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Thursday, June 26, 2003
Handicapping College Sports and Line Shopping in Sports Betting
The information in this newsletter comes directly from
the discussion forum.
There have been a few debates on the issues of College
Sports Handicapping and Line Shopping.
The first question was: Is it correct that, in
general, most professionals consider it more difficult to handicap college
football and basketball as opposed to professional football and basketball?
If so, why would that be the case?
I found Lou E.'s answer quite interesting and here it
"College sports are _much_ easier to handicap than
professional sports. Remember, the odds are not set because the odds-makers
think Team A will beat Team B by x points, but rather x points to have half
the people bet on Team A and the other half on Team B.
With college sports, many people are betting on the historical results of
the team rather than the current year's performance even though the turnover
of players is much more rapid than the pros.
Also, people are more inclined to bet with their hearts (and wallets) so
that schools with a large number of alums (or wealthy alums) have lines that
are out of whack. Ever wonder why almost all sports books have lines for Ivy
League sports? It's certainly not the level of play : )
Information is also not as transparent with college games. For example, in
pro football, teams are _required_ to report injuries and their severity --
coaches get fined for false reports. Whereas with colleges, injuries are
typically kept secret as much as possible.
(As an aside, the only reason the injury reports are necessary is for
betting purposes. The NFL requires the reports, but publicly bad mouths
sports betting -- hypocritical?)
And for the most part professionals are just that, professionals. However,
with college players, with less maturity, other factors are important --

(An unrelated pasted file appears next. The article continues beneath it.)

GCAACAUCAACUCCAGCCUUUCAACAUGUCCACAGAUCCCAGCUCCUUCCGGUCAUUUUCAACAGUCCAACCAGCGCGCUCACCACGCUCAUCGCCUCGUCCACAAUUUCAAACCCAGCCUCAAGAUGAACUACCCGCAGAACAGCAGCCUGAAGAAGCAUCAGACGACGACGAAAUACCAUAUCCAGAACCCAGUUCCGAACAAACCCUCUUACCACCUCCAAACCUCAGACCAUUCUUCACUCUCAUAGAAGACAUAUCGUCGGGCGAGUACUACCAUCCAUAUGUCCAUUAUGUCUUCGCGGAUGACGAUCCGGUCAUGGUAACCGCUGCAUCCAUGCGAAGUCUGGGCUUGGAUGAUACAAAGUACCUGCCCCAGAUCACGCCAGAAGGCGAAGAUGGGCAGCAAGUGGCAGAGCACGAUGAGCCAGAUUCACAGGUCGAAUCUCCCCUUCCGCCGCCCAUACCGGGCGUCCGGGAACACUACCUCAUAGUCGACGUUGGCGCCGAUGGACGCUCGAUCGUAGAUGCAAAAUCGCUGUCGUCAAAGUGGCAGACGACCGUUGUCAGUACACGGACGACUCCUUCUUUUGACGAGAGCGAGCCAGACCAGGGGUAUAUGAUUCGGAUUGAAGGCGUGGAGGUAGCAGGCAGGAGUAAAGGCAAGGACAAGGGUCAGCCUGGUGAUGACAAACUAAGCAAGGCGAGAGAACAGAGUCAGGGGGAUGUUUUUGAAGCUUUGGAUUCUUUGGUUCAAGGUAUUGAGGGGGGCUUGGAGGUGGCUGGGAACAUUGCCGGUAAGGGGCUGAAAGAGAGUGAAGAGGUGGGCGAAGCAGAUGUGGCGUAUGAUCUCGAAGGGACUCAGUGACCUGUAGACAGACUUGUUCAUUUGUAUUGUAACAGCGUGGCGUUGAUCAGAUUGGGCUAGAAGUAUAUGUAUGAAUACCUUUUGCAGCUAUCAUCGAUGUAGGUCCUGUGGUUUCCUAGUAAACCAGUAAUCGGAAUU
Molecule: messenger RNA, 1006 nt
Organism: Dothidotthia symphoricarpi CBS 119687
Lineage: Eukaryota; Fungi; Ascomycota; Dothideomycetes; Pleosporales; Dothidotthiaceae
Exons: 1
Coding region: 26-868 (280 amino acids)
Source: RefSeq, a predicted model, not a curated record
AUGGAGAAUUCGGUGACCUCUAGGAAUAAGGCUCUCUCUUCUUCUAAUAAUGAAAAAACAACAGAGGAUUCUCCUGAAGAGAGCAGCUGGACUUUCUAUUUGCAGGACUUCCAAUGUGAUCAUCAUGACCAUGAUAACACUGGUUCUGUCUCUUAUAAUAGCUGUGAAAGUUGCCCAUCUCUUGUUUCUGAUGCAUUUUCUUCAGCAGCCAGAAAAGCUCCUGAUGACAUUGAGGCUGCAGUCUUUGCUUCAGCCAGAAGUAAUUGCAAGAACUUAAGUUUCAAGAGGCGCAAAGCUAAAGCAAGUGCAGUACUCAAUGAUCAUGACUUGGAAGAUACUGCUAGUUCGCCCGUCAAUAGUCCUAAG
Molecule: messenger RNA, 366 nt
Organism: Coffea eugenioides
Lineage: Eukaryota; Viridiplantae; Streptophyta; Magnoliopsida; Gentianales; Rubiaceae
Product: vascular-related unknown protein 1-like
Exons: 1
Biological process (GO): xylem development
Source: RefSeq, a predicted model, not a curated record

home field becomes more valuable, girlfriend problems, classes/tests (for
those that actually go to class) and motivational factors. Intimate
knowledge of college teams is not nearly as widely disseminated as with the
And there were 3 questions concerning Line Shopping:
1- How many sportsbooks should one contact when
2- Is it correct to say that, at least half the time, "shopping lines" does
not improve the line that is commonly available?
3- My understanding is that "shopping the lines" increases the win rate by 1
1/2 to 2%. For those who use CanBet-------are their lines so good that a
bettor could do just as well by using CanBet alone as by spending a bunch of
time each day shopping the lines with multiple sportsbooks?
Again, Lou answers:
1- Three or four sports books is a reasonable number
for the major sports, though you may to have more for specific purposes. For
example, golf betting or Formula One -- some books have lots of wagers
available and some none at all.
2- When you say improving the line, you need to be a bit more specific. In
football, for example, a line of +/- 3 points will be very difficult to
move, so close to 0%, however, if you are trying to improve the 11/10 (-110)
odds, then 100% of the time it can be improved. 50% is a reasonable number
for say a football/basketball line of 4, 5 or 6 points. In baseball, with
money lines, it probably approaches 90% of the time that the money line can
be improved. In hockey, you would be lucky to get a better spread 10% of the
time, although the money lines could be improved a majority of the time.
3- As far as improving the win rate, again, to be more specific, the win
rate in baseball will not change, since you are simply picking the winner.
With the money lines though, your profit can be improved by getting better
odds. In football/basketball, your assumption sounds reasonable.
Thanking Lou for his good points and his permission to
have his information published.
Wishing you all the best,
Until next week,
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